Humans are not the only ones who “harvest” and save food to eat later during the winter. Animals, too, collect food to see them through the long winter months.
Chipmunks and squirrels store nuts and seeds. Foxes bury leftover meat and berries in underground troves. Hibernating animals eat lots of food to store up fat to live on while they sleep.
For a fun depiction of the preparations made and celebrations held by a group of animals at harvest time, share the animal fantasy book Possum’s Harvest Moon by Anne Hunter with your child. Beautifully written and illustrated, this book will encourage your child’s love of all creatures great and small.
This book is a great seasonal story about the change from fall to winter with simple and inviting illustrations. Great way to imagine animals having their own special harvest party before the long winter.
Harvest Moon For Kids
To teach your child about Harvest moon you’ll need a copy of Possum’s Harvest Moon by Anne Hunter.
How to use the book as a teaching tool: Possum’s Harvest Moon
- Show the cover of this book to your child and have him or her point out Possum.
- Read the book aloud, asking your child to pay attention to what Possum wants to do and what the other animals are busy doing.
- Discuss the idea that work is important, but so is spending time with friends to celebrate each other and all the things we have. Note how the beauty of the harvest moon inspires the animals to attend Possum’s Harvest Soiree after all. And not only do they come, but they invite more friends, too!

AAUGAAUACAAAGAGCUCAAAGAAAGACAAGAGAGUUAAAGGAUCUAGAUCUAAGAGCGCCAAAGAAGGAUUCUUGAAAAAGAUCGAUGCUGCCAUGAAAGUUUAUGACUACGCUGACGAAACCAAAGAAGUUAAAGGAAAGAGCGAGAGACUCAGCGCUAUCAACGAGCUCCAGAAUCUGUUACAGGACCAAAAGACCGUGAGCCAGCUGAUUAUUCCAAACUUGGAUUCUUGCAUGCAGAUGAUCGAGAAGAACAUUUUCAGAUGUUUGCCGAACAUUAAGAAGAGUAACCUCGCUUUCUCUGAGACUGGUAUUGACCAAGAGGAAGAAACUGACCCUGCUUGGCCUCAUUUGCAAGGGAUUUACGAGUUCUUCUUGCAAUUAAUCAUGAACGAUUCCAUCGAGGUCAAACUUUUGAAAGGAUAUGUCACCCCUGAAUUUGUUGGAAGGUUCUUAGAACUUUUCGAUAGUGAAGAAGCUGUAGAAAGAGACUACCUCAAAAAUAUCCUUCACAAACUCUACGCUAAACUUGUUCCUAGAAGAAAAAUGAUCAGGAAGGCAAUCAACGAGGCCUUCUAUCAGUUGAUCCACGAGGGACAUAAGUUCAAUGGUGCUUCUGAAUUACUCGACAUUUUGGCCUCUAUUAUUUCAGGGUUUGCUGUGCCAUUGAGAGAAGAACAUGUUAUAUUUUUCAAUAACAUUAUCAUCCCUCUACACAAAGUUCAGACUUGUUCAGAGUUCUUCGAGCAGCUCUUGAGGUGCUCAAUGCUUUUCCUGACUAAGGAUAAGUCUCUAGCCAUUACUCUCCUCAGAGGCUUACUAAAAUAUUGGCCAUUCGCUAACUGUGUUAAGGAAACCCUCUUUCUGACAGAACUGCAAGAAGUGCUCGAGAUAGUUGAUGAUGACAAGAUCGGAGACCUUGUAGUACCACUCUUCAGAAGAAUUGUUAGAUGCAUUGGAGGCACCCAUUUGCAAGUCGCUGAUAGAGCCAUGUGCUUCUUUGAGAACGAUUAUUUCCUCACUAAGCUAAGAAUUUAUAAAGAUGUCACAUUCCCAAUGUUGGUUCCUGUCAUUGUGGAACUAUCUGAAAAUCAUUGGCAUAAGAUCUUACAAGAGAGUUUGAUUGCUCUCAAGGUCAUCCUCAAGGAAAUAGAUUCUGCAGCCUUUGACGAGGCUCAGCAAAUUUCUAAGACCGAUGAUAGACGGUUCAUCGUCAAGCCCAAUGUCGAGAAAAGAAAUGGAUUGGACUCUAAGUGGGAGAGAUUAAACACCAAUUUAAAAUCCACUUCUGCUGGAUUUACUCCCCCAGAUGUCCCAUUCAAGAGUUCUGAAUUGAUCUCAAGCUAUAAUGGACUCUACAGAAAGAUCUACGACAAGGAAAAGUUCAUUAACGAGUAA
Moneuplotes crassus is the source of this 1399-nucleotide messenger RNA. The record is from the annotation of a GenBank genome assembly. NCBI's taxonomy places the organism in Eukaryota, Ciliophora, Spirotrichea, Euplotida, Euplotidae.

- Have your child select one of the animals talked about in the book (mice, crickets, raccoon, frogs, or fireflies) and draw a series of three detailed drawings to show what this animal was doing before the party to prepare for winter, during the party to celebrate the harvest moon, and after the party, for winter. (For example, the mice gathered seeds, made a party dish of berries, and then went home to sleep for the winter.) Suggest that children use the book illustrations, the text, and their own prior knowledge and imaginations to draw their own pictures.
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Talk to your child about harvest moon
Talk to your child about the harvest moon, the full moon that happens nearest to the autumnal equinox, when days and nights last an equal amount of time.
Note that this moon was first called the harvest moon because its bright face lit the autumn nights and gave farmers several more hours of light in which to harvest their crops.